When Patty Jenkins screened her serial-killer drama Monster for potential distributors last summer, she found herself in the middle of a Hollywood second-guessing game. ''They would say, 'Unsympathetic characters don't make money, blah, blah, blah,''' recalls the director. But then she met Newmarket Films president Bob Berney. ''Bob sat down and watched, tapped his foot to the music. He said, 'Oh, I like it! I could do it!' That was it. That's how complicated it is with Bob. He's intuitive and confident in his taste: If it moves him, and he likes it, other people will too.''
It's a refreshing approach that, combined with shrewdly executed word-of-mouth publicity campaigns, has earned Berney a Midas-touch reputation in indie-film distribution. During his two-year tenure at IFC Films, Berney drove the Mexican road-trip flick Y Tu Mama Tambien to $14 million (huge for a subtitled release), and transformed a little Hellenic nuptial comedy into the highest-grossing indie of all time with a big fat $241 million.
Now some 16 months into his Newmarket gig, Berney has scored back-to-back victories with New Zealand's feel-good, $21 million-grossing Whale Rider, and Jenkins' not-so-feel-good Monster, which has made $15 million and cracked the top 10. The films have also won Newmarket its first Oscar nominations, with Best Actress nods for Whale's Keisha Castle-Hughes and Monster's Charlize Theron. (Of course, Berney has had misses, too: Open Hearts and Lilja 4-Ever were box office disappointments in 2003, despite critical support.) And Newmarket is bound to stay in the spotlight, thanks to such controversial future releases as Mel Gibson's The Passion of the Christ this month (see story, page 18), and next fall's The Woodsman, a Sundance acquisition already generating buzz for Kevin Bacon's performance as a reformed pedophile.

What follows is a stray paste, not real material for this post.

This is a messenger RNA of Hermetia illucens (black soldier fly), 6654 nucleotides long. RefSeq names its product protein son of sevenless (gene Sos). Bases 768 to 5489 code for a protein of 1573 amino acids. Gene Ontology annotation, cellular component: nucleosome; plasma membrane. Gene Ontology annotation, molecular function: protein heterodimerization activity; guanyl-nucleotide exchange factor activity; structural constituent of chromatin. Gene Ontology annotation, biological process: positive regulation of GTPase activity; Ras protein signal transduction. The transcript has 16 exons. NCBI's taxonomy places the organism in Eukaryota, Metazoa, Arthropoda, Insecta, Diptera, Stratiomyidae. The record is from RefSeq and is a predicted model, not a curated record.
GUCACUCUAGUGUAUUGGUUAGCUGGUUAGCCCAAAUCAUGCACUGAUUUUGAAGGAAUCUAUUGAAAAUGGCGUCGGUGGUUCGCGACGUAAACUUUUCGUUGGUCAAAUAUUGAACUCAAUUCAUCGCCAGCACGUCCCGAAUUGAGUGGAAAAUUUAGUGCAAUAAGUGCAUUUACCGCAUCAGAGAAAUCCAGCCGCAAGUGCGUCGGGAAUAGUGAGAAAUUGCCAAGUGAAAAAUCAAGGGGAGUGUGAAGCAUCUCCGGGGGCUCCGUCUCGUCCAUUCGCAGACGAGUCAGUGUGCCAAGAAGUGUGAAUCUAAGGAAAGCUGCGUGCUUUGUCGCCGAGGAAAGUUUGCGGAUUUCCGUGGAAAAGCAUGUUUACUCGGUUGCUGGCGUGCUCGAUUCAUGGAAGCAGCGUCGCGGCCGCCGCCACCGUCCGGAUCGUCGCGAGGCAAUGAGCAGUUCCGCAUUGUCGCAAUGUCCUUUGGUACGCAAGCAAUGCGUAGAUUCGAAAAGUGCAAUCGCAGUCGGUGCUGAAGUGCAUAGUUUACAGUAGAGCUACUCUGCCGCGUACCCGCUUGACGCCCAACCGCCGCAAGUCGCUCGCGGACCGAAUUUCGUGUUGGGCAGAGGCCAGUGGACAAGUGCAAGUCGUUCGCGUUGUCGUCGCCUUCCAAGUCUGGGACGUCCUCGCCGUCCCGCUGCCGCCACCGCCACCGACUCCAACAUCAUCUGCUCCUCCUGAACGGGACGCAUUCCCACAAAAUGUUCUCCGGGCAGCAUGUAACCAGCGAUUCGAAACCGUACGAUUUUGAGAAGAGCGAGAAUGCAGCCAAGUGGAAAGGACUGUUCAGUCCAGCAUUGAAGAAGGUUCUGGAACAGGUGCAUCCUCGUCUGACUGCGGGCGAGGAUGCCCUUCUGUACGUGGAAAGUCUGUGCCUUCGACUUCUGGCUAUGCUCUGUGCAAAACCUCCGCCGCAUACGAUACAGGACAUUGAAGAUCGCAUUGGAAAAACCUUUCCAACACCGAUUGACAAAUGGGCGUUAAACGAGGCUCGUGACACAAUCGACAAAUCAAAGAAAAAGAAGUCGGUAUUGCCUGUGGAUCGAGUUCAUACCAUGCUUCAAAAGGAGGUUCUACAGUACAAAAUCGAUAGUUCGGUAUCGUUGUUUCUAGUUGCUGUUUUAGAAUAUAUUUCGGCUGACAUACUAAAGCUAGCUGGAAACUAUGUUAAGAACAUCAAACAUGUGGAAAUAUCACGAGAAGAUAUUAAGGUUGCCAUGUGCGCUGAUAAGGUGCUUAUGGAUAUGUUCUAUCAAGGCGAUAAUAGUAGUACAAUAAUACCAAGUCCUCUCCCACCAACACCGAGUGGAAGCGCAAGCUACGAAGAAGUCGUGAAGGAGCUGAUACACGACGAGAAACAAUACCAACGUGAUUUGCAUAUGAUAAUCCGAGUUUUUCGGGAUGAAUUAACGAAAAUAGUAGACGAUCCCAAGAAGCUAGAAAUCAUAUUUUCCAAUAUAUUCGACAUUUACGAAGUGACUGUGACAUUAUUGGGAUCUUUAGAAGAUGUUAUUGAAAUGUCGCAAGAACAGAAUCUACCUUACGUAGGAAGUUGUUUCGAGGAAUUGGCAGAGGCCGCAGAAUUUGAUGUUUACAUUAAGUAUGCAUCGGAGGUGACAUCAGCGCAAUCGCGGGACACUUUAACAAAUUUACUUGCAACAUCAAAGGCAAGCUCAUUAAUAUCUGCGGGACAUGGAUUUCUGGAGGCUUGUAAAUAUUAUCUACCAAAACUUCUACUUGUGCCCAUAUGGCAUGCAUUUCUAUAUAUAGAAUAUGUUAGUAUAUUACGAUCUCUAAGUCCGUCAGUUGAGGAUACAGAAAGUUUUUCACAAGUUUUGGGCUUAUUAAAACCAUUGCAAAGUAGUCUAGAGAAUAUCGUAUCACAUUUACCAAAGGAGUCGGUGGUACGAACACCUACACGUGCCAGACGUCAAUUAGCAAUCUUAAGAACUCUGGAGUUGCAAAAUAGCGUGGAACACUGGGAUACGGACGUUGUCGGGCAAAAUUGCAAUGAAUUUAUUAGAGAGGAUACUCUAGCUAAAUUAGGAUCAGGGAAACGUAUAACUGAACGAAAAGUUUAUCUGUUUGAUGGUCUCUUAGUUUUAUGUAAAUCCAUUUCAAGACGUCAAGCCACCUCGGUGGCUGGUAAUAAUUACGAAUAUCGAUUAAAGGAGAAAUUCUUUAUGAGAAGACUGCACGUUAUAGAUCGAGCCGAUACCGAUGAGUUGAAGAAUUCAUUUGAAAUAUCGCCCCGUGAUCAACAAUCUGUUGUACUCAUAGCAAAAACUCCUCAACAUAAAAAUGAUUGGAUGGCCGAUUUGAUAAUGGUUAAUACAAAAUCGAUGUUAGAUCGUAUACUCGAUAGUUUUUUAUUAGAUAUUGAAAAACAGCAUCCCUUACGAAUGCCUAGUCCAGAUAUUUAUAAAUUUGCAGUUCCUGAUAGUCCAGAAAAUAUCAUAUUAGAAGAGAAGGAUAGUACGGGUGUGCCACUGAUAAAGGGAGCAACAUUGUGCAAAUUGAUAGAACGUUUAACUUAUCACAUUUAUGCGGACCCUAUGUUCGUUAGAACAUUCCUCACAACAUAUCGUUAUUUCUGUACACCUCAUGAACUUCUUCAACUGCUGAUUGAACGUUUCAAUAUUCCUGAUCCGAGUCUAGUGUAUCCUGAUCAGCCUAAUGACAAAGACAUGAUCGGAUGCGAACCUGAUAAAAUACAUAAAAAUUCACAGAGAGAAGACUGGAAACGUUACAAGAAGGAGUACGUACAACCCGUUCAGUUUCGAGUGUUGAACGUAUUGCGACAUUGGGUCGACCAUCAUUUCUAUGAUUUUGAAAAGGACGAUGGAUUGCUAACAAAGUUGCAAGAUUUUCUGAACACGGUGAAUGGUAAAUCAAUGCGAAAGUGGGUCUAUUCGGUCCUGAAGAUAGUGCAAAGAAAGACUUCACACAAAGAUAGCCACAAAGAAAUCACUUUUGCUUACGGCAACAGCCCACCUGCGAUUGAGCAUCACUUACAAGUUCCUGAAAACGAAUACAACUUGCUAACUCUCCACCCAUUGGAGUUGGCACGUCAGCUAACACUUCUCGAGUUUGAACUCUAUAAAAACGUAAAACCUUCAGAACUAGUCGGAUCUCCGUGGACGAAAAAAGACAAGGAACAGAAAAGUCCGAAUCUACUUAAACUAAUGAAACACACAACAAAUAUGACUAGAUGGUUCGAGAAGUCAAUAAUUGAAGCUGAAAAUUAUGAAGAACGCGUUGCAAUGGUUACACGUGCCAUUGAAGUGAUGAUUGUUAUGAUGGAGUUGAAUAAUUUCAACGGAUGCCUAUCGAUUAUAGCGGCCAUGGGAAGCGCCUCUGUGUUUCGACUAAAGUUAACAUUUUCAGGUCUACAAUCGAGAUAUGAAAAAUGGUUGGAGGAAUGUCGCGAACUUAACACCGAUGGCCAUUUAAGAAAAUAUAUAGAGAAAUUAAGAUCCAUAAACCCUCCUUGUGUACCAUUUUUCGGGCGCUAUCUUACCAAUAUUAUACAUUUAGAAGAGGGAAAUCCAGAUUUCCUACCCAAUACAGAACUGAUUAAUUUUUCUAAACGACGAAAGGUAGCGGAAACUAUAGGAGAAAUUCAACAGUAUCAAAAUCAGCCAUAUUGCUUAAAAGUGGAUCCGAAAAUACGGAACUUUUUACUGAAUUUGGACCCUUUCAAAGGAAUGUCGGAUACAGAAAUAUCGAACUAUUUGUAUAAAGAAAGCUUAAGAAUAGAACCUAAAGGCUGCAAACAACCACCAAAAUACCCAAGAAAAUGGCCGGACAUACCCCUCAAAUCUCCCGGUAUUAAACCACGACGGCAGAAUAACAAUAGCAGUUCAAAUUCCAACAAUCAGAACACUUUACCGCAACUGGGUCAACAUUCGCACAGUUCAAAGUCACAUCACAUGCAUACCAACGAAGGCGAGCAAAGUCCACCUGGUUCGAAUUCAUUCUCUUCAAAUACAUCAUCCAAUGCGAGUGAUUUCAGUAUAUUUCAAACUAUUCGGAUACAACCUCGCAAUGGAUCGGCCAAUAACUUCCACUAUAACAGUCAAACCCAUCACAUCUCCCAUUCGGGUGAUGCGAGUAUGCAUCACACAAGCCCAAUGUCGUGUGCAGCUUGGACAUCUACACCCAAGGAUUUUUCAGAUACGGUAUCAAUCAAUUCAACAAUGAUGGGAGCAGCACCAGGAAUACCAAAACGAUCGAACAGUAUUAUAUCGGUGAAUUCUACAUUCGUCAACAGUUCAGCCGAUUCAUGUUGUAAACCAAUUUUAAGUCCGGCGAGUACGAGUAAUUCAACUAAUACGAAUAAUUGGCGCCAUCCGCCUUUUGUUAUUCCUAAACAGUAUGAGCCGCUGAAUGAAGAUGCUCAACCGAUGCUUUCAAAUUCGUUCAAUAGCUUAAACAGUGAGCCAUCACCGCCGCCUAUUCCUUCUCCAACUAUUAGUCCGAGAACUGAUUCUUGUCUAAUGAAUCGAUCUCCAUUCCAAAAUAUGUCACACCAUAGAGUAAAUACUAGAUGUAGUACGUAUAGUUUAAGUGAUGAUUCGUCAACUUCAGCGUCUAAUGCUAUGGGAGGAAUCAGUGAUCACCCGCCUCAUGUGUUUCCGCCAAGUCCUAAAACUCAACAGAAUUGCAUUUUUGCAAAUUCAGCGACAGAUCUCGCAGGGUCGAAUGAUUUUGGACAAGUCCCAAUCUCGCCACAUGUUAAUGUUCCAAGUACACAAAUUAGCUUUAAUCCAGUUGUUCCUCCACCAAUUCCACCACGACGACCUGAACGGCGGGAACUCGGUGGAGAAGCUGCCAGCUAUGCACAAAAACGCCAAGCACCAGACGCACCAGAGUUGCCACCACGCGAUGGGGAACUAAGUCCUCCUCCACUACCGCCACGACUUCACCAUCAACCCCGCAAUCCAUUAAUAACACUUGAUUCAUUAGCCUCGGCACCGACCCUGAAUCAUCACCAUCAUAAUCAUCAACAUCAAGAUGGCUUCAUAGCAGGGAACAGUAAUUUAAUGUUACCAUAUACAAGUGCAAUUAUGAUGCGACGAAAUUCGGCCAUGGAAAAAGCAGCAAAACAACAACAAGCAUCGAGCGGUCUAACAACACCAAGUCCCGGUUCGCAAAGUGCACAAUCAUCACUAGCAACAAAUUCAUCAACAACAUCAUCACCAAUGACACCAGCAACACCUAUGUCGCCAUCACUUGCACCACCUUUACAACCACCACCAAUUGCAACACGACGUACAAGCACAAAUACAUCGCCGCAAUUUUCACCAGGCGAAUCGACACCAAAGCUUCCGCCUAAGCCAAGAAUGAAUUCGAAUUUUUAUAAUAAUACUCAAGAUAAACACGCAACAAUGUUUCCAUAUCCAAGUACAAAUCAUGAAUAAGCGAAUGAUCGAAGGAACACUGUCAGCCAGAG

Daring choices, box office triumphs, Oscar nods: Is Newmarket the new Miramax? ''I don't think he's the new anything,'' quips Killer Films president Christine Vachon. ''He's just Bob Berney running a company very successfully.'' Adds IFC's Jonathan Sehring: ''Bob's not at all like Harvey [Weinstein]. I don't think I've ever seen Bob get angry. He's levelheaded, even-keeled. Bob's just one of the best in the business.''
Which, Berney hopes, will allow Newmarket to grow (possibly into production) but remain truly indie -- avoiding the fates of fellow specialty distributors Miramax (Disney-owned) and Focus (Universal-owned). ''Independent also means we don't want to work for anybody in a larger corporation,'' Berney laughs. ''I just hope we can keep acknowledging new directors and smaller films, and keep it manageable. In independent distribution, it's about having the guts to keep throwing the dice.''